PositiveThe Times (UK)There is more than a touch of surrealism in this, as well as a certain amount of what Kingsley Amis might have described as \'buggering around with the reader\' in the shifting narrative perspective. It’s fortunate then that you don’t read Banville for his taut plots. But flick to a page in any of his novels and soon you will come to a sentence or an image so perfectly contrived it stops you for a moment, achingly, like a beautiful stranger passing in the street ... From all this you get the sense that Banville is hanging loose, writing not to be accessible or comprehended, but simply for his own sensual joy ... Reading The Singularities...is like spending a weekend inside the little bubble of Banville’s imagination. It’s pleasant enough for the most part.
Serhii Rudenko tr. Michael M. Naydan and Alla Perminova
MixedThe Times (UK)Had Zelensky known then of the atrocities that would soon come to pass following his election victory four months later, would he have chosen to run? This kind of retrospective what-ifery features regularly in Serhii Rudenko’s hastily daubed portrait of a man still living through the most defining days of his life ... The author’s willingness to write about those less glorious episodes in the life of a man who has come to be regarded as a paragon of courage, is laudable. Had this book been started from scratch in March 2022, then surely a more flattering work would have been written. Rudenko’s book, though, was first published in Ukraine last year under the title Zelensky Without Make-Up. Since the start of the war, it has been updated and translated into English to capitalise on his international acclaim ... However, the stitches of this hurriedly fashioned book are glaringly on show. Translators Michael Naydan and Alla Parminova worked \'around the clock\' to get the book finished on deadline, say the publishers. I can believe it, given how syntactically and tonally alien much of the book is to standard English ... What’s more bewildering though is that a lot of the book isn’t actually about the person whose name is on the front cover. Told through a series of chronologically jumbled \'episodes\', the biography places undue amounts of attention to Zelensky’s coterie of enablers and acolytes, particularly between the time frame of 2019-2020. While this might not be unreasonable for a longer biography, Rudenko’s book has only 200 pages. In one “episode” dealing with his childhood, Rudenko seems almost to become distracted from the facts of Zelensky’s life, meandering off to a detailed description of the boy who sat next to him at school ... This is all the more frustrating because Zelensky is an extraordinary man with an extraordinary life tale. And yet reading this book, one gets little sense of that.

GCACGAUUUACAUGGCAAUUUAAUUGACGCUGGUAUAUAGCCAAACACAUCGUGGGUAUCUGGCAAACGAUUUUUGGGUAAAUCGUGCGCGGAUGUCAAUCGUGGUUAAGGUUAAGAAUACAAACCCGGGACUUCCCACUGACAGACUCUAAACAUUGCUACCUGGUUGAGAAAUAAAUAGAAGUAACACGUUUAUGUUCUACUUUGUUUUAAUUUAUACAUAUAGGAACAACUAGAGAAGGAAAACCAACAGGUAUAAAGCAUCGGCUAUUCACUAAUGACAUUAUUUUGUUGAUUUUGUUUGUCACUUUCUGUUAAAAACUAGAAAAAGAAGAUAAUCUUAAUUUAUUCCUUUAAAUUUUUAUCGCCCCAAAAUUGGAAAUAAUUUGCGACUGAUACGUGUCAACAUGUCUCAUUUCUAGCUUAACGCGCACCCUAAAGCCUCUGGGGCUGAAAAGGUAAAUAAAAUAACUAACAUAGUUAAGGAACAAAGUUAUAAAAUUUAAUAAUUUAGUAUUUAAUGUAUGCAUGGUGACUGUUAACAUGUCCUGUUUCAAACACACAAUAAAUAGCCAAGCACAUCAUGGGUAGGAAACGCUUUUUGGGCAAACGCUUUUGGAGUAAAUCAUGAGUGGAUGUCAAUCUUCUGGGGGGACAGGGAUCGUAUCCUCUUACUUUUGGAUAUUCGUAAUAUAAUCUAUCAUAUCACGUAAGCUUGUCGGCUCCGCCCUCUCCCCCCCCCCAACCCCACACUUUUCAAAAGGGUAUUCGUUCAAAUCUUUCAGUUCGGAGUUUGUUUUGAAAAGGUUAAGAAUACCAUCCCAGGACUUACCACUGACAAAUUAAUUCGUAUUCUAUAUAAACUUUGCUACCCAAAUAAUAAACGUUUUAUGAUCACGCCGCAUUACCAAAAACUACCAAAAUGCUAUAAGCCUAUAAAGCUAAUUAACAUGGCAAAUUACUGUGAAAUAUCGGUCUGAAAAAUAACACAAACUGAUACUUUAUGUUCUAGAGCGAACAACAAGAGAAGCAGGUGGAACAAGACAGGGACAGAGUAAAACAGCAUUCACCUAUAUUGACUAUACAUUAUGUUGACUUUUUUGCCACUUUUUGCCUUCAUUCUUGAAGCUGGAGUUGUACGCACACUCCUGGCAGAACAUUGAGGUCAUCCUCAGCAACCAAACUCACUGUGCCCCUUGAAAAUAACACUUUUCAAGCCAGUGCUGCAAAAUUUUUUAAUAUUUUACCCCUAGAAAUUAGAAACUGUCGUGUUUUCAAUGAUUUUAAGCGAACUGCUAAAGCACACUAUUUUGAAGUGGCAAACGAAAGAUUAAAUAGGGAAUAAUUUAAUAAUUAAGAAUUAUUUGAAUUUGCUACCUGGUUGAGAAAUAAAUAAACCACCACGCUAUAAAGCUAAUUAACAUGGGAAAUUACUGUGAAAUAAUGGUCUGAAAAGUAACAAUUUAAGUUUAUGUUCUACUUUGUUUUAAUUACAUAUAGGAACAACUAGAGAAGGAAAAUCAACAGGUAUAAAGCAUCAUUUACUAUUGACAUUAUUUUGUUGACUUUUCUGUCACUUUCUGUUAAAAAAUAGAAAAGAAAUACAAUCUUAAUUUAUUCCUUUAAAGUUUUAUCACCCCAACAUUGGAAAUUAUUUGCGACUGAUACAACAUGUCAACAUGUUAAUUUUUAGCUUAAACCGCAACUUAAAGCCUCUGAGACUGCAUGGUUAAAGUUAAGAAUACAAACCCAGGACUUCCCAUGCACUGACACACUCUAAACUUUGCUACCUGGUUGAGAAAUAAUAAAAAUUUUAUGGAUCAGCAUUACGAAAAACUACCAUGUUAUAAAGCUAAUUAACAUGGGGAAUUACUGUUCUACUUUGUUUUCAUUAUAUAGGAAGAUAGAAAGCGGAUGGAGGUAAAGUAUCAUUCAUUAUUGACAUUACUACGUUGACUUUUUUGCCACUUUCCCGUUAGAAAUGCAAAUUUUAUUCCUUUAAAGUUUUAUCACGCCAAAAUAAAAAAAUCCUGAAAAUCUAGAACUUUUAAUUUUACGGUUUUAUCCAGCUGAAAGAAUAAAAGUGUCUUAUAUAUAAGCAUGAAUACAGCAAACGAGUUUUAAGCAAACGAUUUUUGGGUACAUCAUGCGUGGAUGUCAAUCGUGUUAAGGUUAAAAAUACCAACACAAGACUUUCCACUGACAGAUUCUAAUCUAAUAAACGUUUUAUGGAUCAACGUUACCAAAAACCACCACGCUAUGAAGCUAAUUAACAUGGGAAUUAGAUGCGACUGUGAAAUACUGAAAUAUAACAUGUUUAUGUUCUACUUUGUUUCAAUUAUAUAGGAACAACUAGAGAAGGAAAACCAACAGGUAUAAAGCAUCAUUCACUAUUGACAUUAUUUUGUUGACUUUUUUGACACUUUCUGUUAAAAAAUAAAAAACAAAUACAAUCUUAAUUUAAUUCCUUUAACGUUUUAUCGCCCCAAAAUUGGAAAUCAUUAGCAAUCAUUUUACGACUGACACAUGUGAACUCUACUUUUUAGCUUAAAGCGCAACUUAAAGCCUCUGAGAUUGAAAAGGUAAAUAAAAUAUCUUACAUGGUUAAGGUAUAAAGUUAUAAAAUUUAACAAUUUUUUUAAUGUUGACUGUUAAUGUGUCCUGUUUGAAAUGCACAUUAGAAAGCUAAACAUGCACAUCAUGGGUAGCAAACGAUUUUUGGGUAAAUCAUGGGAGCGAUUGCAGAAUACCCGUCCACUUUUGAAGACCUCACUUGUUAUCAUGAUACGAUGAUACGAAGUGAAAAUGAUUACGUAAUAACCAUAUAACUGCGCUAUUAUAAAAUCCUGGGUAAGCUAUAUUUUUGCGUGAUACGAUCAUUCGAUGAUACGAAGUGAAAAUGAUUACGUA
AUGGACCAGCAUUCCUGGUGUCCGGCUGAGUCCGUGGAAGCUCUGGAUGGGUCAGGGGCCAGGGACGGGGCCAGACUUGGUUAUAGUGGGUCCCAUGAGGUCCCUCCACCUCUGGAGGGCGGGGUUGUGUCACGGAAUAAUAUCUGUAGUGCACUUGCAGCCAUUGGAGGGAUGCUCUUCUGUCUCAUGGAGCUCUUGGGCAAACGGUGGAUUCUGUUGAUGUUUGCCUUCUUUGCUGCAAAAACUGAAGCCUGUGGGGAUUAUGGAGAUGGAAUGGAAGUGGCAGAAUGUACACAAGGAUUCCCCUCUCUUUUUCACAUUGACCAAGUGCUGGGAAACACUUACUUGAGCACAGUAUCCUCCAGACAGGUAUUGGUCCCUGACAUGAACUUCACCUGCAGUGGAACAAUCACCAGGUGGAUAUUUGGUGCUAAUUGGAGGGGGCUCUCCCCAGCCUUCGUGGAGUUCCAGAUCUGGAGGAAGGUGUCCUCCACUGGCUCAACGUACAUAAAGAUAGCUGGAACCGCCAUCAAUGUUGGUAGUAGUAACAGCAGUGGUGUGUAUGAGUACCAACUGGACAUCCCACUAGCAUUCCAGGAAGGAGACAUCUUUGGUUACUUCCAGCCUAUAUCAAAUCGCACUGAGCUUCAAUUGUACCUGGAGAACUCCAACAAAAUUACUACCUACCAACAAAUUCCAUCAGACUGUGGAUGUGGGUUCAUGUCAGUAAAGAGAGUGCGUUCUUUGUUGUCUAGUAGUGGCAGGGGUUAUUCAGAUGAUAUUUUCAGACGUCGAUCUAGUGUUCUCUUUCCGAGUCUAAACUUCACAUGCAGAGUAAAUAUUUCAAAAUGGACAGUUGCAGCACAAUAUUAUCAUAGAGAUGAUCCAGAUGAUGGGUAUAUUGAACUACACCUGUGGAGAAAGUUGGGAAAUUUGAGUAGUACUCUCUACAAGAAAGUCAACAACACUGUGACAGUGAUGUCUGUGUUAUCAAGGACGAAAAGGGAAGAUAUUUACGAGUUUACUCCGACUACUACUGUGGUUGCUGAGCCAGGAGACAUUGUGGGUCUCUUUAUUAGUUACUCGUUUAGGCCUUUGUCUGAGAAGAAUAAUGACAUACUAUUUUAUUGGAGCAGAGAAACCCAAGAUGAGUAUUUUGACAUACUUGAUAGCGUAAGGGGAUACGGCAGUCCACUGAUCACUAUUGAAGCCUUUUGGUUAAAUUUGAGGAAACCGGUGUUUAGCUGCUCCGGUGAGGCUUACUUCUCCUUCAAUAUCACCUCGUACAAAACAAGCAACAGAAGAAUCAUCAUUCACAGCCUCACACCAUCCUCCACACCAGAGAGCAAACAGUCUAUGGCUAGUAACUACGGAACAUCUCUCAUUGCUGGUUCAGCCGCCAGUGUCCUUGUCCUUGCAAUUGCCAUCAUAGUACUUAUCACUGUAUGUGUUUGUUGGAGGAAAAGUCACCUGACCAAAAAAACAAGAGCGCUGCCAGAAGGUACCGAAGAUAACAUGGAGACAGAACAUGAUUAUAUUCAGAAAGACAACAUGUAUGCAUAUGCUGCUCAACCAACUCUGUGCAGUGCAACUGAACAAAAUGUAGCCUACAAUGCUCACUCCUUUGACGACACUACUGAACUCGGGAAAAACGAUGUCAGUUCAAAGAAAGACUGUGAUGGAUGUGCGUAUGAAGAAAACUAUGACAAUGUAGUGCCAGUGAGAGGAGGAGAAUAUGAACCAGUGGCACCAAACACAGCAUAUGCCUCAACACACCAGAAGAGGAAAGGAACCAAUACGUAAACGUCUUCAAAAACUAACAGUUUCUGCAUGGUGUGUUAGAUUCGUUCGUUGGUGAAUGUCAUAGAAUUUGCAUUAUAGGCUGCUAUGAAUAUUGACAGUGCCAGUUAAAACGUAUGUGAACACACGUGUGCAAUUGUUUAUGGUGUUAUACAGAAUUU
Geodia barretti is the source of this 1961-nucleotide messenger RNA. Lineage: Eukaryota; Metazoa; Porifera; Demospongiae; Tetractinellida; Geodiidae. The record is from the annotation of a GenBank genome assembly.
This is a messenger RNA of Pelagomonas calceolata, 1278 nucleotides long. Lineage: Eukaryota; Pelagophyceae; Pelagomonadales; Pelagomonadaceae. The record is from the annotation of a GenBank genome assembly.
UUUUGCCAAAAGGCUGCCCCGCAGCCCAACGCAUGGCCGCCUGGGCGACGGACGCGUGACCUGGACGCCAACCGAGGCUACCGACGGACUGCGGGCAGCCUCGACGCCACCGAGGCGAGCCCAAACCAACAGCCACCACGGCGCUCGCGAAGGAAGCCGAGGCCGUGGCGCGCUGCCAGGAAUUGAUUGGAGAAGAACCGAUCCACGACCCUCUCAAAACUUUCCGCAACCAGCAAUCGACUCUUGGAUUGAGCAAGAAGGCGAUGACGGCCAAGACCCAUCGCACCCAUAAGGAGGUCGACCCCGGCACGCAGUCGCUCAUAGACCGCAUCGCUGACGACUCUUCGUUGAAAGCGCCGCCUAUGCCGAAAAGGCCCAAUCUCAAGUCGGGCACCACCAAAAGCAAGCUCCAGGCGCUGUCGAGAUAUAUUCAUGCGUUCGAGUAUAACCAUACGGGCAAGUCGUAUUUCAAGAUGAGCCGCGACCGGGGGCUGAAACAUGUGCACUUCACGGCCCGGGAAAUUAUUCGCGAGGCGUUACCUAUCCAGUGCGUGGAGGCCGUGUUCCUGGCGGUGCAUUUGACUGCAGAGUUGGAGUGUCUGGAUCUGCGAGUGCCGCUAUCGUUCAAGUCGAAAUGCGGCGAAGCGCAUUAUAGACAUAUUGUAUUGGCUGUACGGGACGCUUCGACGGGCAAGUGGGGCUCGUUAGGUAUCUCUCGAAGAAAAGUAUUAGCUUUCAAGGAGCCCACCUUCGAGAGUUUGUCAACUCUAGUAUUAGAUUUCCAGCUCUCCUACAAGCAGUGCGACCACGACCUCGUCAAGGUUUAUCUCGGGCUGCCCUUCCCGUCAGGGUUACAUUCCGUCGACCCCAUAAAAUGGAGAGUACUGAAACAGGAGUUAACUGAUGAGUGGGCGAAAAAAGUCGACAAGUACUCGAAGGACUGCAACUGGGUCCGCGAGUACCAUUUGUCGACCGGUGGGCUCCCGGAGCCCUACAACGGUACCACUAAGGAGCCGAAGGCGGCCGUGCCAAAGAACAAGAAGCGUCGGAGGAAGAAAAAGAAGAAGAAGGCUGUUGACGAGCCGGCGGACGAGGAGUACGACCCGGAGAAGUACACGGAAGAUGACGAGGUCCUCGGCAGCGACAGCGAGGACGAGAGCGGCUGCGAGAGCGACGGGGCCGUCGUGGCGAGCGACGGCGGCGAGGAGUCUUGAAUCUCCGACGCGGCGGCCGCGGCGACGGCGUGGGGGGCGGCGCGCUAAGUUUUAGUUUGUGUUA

PositiveThe Times (UK)... [a] fascinating account ... a collection of encounters with these noble families, and Egremont introduces us to a wide cast of them, so wide that sometimes you might find yourself looking for a crib sheet of names, the sort they helpfully insert at the front of fat Russian novels. What strikes you while reading is how few native Estonians and Latvians are met along the way. We hear them echoing through the past in the snatches of bawdy song sung by the peasantry on summer nights while reaping the harvest ... But for writers such as Egremont this complex relationship with the past makes for fertile territory, and The Glass Wall succeeds in delivering a rich, nuanced account of life on \'the Baltic frontier\'.